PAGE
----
Frequently Asked Question

SCADA returns arithmetic overflow (AO) flag
Last Updated about a month ago

Arithmetic overflow (AO) in a digital computer is the condition that occurs when a calculation produces a result that is greater than a given register or storage location can store or represent.

Within the Typhoon HIL toolchain, it can typically manifest in two ways:

  • An overflow occurs in a single register, under a specific condition (for example, an injection of a fault). Simulation results in this case are accurate, and the AO flag can be cleared by resetting it.
  • Due to numerical divergence, an overflow occurs in a wide range of registers. Simulation results in this case are completely erroneous and erratic, and the AO flag is constantly raised, even after being reset.

While AO can be traced to several causes, the two most common are:

  • Unstable IT core coupling
  • Electrical machine instability

Other causes include:

  • Time-varying elements
  • Nonlinear inductor
  • TLM Coupling
  • High execution rate
  • Signal processing

Unstable IT core coupling. This is the most common cause. It is a consequence of poor positioning, orientation, or snubber parametrization of core couplings. The following links are a must read to understand how to properly partition circuits with core couplings:

The coupling stability analysis feature of the circuit solver should be of great help for pinpointing and resolving unstable core couplings.


Once enabled, the compiler console will show a stability report during compilation. As long as you have unstable couplings in the report, it is highly likely that you will receive an AO either at simulation start or when a particular model state is triggered.

Electrical machine instability

Electrical machine AO usually occurs in the following cases:

1) The snubber is badly parametrized.

  • In this case, you should try reducing the machine snubber value. The best way to determine the proper machine snubber value is to check the operation of the machine for different snubber values. The machine snubber value should be a compromise between stability and the quality of the results, or the power consumption of the snubber which is the source of error. As a rule of thumb, the simulation step and snubber value are inversely proportional, meaning that achieving stability for a smaller simulation time step allows for higher snubber values.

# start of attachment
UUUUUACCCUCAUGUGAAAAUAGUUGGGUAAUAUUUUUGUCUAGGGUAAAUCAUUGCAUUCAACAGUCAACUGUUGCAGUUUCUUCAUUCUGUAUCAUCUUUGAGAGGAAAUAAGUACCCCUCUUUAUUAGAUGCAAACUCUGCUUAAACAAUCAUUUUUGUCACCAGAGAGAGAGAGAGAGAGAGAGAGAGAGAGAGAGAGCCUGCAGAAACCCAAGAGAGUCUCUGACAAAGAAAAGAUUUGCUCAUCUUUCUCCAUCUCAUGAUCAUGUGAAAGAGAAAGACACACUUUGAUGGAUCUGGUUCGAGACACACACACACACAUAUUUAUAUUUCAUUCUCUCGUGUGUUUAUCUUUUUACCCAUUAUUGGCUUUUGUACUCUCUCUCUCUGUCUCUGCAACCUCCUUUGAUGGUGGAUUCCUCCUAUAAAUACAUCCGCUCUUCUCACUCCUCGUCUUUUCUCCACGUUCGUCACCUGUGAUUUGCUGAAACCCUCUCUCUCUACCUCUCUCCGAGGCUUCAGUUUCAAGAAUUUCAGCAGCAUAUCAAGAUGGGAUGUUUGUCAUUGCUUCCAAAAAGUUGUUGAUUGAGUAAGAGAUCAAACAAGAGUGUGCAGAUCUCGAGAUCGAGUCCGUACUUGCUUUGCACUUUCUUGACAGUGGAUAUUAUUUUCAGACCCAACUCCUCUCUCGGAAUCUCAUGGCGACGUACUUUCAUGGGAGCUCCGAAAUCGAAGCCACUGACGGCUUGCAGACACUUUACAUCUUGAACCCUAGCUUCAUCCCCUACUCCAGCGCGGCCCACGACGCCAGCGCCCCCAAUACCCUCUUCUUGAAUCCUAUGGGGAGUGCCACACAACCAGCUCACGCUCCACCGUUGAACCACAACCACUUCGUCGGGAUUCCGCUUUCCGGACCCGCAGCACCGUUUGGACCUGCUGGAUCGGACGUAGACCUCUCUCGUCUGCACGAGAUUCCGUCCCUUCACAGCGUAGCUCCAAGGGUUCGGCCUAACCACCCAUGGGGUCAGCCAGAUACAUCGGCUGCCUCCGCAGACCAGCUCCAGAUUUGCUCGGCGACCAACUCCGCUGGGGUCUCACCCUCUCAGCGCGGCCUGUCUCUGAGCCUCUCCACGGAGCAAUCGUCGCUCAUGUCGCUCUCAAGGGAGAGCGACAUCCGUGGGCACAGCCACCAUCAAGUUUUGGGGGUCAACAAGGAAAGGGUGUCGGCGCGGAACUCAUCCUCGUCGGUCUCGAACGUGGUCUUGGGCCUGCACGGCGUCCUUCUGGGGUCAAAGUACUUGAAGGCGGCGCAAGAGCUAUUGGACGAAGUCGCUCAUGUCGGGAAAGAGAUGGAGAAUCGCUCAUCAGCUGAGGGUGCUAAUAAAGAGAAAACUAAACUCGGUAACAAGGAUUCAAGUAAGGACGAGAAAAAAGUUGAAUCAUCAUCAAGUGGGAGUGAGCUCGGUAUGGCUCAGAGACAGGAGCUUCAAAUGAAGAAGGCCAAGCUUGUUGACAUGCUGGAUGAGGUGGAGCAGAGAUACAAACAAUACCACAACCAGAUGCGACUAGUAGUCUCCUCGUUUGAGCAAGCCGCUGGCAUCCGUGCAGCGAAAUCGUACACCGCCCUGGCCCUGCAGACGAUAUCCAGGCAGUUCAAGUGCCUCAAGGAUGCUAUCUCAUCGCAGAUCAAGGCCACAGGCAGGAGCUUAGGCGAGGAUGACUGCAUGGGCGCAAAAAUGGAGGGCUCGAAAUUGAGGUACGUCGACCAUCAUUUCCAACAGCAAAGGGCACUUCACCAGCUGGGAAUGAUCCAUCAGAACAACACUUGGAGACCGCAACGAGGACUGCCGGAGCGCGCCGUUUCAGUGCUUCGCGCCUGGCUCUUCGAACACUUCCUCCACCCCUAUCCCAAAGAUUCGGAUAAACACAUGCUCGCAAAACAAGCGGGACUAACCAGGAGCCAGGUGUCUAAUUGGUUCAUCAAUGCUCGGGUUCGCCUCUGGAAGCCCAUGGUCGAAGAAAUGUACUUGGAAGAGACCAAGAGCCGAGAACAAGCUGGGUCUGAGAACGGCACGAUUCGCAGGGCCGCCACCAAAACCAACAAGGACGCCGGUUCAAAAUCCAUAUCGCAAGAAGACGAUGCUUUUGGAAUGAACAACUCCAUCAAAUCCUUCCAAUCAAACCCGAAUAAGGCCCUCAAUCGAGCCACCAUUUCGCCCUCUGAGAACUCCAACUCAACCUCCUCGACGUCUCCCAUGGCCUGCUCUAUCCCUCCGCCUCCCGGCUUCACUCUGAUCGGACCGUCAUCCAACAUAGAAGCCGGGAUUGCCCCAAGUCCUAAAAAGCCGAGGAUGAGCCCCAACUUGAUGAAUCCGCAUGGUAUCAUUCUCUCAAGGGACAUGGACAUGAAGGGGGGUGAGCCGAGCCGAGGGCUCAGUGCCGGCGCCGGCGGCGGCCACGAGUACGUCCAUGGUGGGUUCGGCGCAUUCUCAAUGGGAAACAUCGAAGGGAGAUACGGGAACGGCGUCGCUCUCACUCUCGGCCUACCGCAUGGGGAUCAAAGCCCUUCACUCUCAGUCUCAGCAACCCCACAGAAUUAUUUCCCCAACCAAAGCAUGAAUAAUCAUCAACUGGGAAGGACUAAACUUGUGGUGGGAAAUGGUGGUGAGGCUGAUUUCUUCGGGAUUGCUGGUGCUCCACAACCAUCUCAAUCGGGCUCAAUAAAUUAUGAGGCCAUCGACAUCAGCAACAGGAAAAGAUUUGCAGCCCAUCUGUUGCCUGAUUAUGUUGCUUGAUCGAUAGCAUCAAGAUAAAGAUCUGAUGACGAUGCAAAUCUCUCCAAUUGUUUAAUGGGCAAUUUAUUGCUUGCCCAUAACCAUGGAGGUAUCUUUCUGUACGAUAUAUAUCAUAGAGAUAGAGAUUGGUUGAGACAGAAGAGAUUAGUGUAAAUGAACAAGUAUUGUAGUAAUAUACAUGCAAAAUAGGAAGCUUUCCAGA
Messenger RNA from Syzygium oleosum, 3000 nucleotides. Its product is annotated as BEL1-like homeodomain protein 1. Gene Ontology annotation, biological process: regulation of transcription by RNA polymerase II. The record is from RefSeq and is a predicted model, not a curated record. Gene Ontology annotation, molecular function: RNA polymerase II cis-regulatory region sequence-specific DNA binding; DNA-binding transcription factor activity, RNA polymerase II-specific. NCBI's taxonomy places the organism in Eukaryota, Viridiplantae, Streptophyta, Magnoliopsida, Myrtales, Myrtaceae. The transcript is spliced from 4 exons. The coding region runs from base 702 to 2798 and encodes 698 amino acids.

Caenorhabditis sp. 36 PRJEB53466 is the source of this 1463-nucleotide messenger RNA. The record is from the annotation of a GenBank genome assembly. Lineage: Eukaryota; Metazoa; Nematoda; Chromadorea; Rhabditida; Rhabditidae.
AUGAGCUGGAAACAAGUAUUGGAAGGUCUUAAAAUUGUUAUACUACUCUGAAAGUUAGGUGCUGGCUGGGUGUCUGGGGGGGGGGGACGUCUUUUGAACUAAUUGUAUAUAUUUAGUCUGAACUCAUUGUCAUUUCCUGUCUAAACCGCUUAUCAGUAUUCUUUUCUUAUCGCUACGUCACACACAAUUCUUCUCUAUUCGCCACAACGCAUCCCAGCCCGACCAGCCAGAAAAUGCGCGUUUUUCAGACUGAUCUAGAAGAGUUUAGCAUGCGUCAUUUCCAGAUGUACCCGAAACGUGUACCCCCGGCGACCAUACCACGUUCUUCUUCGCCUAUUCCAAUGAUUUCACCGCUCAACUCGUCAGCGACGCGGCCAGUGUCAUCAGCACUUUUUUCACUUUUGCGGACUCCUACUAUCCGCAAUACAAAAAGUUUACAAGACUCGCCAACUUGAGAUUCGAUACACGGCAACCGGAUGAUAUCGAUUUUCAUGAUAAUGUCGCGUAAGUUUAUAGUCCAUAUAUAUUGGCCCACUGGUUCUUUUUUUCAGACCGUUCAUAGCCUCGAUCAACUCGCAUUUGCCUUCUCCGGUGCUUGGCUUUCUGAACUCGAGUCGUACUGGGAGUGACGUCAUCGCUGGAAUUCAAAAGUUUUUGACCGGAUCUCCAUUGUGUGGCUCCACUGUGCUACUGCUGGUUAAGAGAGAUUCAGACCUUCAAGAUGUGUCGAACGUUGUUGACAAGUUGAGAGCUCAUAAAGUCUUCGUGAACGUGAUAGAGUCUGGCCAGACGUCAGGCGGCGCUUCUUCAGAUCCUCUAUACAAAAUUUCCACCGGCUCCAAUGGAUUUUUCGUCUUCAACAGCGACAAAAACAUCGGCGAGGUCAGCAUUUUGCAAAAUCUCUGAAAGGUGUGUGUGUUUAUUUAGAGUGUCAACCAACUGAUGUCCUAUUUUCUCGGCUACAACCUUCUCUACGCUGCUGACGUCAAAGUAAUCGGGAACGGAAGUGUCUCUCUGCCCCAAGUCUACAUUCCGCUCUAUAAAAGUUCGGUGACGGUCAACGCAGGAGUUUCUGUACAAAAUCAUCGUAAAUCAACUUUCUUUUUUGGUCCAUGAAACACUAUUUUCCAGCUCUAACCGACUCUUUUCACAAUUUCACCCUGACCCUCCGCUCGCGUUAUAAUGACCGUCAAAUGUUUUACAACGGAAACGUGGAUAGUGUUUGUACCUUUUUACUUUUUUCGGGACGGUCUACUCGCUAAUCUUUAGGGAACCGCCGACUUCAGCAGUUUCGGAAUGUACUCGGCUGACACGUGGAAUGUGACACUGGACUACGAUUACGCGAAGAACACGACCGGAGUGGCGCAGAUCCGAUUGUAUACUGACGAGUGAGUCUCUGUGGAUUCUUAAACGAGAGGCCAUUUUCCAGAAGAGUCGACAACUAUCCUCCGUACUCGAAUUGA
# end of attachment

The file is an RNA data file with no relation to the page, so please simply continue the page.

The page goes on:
• Alternatively, you can try using voltage behind reactance (VBR) machine models. If a VBR model is not available for your machine, let us know.

2) Potential load type used in Machine Settings 


When the potential load type is selected, attention must be paid to the upper limit of this torque. If the load torque exceeds the motor torque, the rotor speed rapidly increases in the opposite direction until the calculation limit, indicated by the AO flag, is reached. This can be prevented by applying appropriate values of linear and/or square load torque.

3) Speed is greater than the upper limit for real-time simulation on HIL devices.

  • When selecting the speed load type, please note that the upper limit of emulated machine mechanical speed on all HIL devices is 20,000 rad/s. If the speed exceeds this value, an arithmetic overflow flag will occur.

Time-varying elements. When using time-varying elements such as variable resistors, inductors and capacitors, an arithmetic overflow is likely to occur when the time constant of the circuit is smaller than the simulation time step. This means that each of these time-varying elements comes with its own critical operating point in relation to the time constant; AO can happen either by an increase or a decrease of R, L, or C, depending on the circuit.

Bear in mind that this isn’t the only condition that should be considered when defining the normal operating range of these components. This condition should be used to determine the critical operating point, and the normal operating range should be determined in such a way so that these values are a compromise between model stability and their sensibility from an electrical standpoint in the context of the circuit. 

With this in mind, let's assume that N = τ/Tss is the ratio between the time constant of the circuit and the simulation step. Theoretically, following the Nyquist-Shannon theorem, N>2 is a sufficient condition to uniquely represent a continuous signal of finite bandwidth with a discrete sequence of samples. However, this theorem only applies to a specific class of mathematical functions. In practice, as a rule of thumb, N>10 should be considered to achieve suitable simulation results.